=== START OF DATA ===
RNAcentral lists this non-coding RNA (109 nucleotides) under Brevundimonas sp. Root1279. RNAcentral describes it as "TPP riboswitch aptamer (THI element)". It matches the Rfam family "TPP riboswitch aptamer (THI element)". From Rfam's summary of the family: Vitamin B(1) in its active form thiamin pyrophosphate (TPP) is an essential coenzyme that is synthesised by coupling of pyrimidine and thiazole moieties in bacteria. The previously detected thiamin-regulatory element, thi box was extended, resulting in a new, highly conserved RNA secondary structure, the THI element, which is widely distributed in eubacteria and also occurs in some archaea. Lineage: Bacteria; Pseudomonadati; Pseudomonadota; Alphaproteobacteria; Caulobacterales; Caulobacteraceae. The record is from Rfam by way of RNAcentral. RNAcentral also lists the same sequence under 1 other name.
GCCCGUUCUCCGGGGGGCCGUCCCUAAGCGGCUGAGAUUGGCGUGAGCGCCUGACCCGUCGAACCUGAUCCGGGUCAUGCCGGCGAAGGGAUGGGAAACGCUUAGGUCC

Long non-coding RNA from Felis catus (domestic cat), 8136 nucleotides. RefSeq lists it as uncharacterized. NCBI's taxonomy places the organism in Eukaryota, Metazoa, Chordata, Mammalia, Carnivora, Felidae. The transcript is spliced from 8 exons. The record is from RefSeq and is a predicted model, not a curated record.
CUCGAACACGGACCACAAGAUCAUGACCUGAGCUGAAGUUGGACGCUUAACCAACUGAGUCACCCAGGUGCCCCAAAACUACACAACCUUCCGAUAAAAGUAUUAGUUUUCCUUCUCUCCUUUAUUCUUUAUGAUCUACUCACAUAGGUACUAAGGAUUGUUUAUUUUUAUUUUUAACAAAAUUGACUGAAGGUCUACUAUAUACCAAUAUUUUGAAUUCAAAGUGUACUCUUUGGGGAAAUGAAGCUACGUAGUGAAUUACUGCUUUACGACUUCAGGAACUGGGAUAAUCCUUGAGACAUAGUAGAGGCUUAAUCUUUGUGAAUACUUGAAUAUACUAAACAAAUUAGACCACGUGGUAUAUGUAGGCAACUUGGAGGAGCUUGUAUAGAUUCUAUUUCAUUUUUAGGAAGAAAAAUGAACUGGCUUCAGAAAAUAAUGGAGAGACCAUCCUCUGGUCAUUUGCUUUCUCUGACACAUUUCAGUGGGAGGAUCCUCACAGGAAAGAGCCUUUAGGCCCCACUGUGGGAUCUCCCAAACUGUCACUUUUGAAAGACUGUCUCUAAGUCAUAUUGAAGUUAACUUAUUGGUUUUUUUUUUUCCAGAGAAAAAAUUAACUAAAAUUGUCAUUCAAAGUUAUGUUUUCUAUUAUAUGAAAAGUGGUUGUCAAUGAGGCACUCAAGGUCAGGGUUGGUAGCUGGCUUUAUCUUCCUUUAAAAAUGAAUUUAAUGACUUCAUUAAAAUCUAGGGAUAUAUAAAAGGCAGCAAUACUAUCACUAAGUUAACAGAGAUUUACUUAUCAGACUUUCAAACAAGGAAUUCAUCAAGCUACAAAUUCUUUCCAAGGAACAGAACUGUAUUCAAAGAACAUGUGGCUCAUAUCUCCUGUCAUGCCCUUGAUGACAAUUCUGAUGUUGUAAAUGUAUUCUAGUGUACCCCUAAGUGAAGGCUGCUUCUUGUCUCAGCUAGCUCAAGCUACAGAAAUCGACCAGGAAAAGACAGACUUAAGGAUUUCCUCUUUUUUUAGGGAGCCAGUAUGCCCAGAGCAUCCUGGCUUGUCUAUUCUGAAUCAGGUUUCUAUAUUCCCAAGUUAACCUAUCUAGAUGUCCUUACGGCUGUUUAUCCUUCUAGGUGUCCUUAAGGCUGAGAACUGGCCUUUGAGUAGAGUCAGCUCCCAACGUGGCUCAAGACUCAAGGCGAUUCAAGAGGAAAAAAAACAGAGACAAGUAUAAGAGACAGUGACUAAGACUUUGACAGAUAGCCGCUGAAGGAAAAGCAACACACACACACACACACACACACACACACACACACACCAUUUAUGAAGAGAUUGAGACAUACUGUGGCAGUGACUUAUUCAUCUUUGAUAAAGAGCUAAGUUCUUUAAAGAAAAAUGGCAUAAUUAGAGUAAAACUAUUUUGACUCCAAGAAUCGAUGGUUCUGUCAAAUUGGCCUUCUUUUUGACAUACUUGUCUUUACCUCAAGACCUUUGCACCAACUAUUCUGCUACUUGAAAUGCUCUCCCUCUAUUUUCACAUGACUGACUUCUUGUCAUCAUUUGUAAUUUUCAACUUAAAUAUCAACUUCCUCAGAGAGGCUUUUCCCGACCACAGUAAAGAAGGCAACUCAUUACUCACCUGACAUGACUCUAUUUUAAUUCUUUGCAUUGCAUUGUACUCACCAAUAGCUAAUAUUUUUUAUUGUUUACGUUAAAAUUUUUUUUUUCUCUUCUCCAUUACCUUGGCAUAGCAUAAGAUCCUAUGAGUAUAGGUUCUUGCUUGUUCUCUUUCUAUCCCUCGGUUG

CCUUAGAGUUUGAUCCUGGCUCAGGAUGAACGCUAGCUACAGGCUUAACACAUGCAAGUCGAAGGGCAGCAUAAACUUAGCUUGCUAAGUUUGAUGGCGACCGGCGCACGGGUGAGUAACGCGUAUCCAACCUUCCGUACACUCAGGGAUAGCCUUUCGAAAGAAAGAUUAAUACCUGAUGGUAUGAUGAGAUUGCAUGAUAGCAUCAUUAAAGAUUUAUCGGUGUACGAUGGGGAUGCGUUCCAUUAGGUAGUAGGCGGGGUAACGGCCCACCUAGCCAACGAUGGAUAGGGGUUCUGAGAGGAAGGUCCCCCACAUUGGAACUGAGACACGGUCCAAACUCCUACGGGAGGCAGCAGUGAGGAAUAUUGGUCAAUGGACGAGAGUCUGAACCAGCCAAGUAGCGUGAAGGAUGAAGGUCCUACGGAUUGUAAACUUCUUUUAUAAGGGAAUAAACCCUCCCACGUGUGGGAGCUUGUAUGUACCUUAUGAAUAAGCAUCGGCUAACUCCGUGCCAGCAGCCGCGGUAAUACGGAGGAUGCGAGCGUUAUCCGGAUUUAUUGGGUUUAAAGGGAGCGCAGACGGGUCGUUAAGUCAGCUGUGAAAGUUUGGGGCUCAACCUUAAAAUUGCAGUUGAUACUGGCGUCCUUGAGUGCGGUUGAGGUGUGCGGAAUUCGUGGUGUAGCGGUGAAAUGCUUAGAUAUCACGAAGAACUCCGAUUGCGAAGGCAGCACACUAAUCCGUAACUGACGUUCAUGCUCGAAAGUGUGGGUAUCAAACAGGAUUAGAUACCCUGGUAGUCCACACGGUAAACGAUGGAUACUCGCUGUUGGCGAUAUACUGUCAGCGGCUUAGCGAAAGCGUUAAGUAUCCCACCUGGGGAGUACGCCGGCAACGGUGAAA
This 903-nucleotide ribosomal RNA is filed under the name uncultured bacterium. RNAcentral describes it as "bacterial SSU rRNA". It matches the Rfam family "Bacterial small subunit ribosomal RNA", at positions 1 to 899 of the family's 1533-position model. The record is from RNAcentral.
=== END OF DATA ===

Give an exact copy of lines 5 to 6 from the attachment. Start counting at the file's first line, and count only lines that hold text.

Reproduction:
CCUUAGAGUUUGAUCCUGGCUCAGGAUGAACGCUAGCUACAGGCUUAACACAUGCAAGUCGAAGGGCAGCAUAAACUUAGCUUGCUAAGUUUGAUGGCGACCGGCGCACGGGUGAGUAACGCGUAUCCAACCUUCCGUACACUCAGGGAUAGCCUUUCGAAAGAAAGAUUAAUACCUGAUGGUAUGAUGAGAUUGCAUGAUAGCAUCAUUAAAGAUUUAUCGGUGUACGAUGGGGAUGCGUUCCAUUAGGUAGUAGGCGGGGUAACGGCCCACCUAGCCAACGAUGGAUAGGGGUUCUGAGAGGAAGGUCCCCCACAUUGGAACUGAGACACGGUCCAAACUCCUACGGGAGGCAGCAGUGAGGAAUAUUGGUCAAUGGACGAGAGUCUGAACCAGCCAAGUAGCGUGAAGGAUGAAGGUCCUACGGAUUGUAAACUUCUUUUAUAAGGGAAUAAACCCUCCCACGUGUGGGAGCUUGUAUGUACCUUAUGAAUAAGCAUCGGCUAACUCCGUGCCAGCAGCCGCGGUAAUACGGAGGAUGCGAGCGUUAUCCGGAUUUAUUGGGUUUAAAGGGAGCGCAGACGGGUCGUUAAGUCAGCUGUGAAAGUUUGGGGCUCAACCUUAAAAUUGCAGUUGAUACUGGCGUCCUUGAGUGCGGUUGAGGUGUGCGGAAUUCGUGGUGUAGCGGUGAAAUGCUUAGAUAUCACGAAGAACUCCGAUUGCGAAGGCAGCACACUAAUCCGUAACUGACGUUCAUGCUCGAAAGUGUGGGUAUCAAACAGGAUUAGAUACCCUGGUAGUCCACACGGUAAACGAUGGAUACUCGCUGUUGGCGAUAUACUGUCAGCGGCUUAGCGAAAGCGUUAAGUAUCCCACCUGGGGAGUACGCCGGCAACGGUGAAA
This 903-nucleotide ribosomal RNA is filed under the name uncultured bacterium. RNAcentral describes it as "bacterial SSU rRNA". It matches the Rfam family "Bacterial small subunit ribosomal RNA", at positions 1 to 899 of the family's 1533-position model. The record is from RNAcentral.